Change has to happen. But if nearly half of all organizational changes are considered failures, how can leaders and stakeholders ensure transitional success? There are a number of ways to make change smoother. 

Get your employees on board

Constant and clear communication are key. 

Keep employees in the loop on vision and strategy. Share your reasoning behind change-making decisions. Allow them to feel heard, and ensure they know what role they’re expected to play. 

One of the easiest ways to ensure this is by conducting an employee engagement survey. Establish a number of open-ended questions to gauge interest in organizational change, or try a focus group for more detailed qualitative responses. 

If you make sure employees are part of the process, they will feel invested. And, they will be more inclined to champion for the cause.

Plan for the worst

Another way that organizational change management success happens is by planning for the worst. Know how you’ll handle things that don’t go according to plan! Expecting setbacks and overcoming hurdles has to be baked into your strategy. It’s the only path to success.

You can’t know when issues will arise. But you can mitigate risk by taking inventory on a regular basis. 

Milestones and timelines may need renegotiating , expectations may need to be reset, and project leads and liaisons could be reevaluated. But, if you expect these things as part of the journey, you won’t be flustered when they happen along the way.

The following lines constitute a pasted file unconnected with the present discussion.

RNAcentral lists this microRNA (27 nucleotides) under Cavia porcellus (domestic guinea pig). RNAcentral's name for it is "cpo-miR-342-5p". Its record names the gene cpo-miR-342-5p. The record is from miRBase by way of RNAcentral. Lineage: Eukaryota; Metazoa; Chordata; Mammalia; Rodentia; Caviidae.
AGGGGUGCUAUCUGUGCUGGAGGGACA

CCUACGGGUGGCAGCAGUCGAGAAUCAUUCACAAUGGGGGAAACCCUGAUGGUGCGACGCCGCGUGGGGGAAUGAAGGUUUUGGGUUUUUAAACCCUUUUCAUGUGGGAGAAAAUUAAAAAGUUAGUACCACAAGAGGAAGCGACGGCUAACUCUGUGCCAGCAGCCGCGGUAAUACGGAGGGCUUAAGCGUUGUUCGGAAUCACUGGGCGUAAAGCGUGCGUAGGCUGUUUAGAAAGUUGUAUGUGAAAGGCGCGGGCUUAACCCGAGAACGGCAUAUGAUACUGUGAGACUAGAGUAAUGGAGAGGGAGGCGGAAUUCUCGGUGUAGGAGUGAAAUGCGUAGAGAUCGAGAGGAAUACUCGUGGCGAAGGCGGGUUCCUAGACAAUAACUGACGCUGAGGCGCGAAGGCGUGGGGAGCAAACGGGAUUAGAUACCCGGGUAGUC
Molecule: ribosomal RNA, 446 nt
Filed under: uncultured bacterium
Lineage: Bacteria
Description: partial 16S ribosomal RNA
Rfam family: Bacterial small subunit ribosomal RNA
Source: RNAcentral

Empower, don’t mandate

Consider this quote from Greg Satell of Harvard Business Review: “Most successful transformations have one thing in common: Change is driven through empowerment, not mandated from the top.”

The most successful outcomes occur by empowering your people and planning for pitfalls. Remember that a successful transformation is about real change. It’s not just about meeting goals. 

Why is Organizational Change Management important? 

Change is inevitable. As the world around us evolves, so must we. And it’s not just one change, just one time.

Organizational change management matters because how people feel about it has a tremendous impact on your entire business. This includes the change itself, but also the entire process, as well as their involvement. Change is meaningless unless the people it impacts on a day-to-day basis are behind it. 

We live in a rapidly changing world that shows no signs of slowing down. But, process-driven dilemmas around change implementation are possible, thanks to organizational change management. 

Choose a method or framework that jives with your company and vision. Check in often. Communicate at every stage. Apply proper project management. 

Then, enjoy the results that come from a well-planned, well-implemented institutional change! And the sound knowledge that your employees are behind a big decision.

This blog post originally appeared on Remesh and is republished with permission.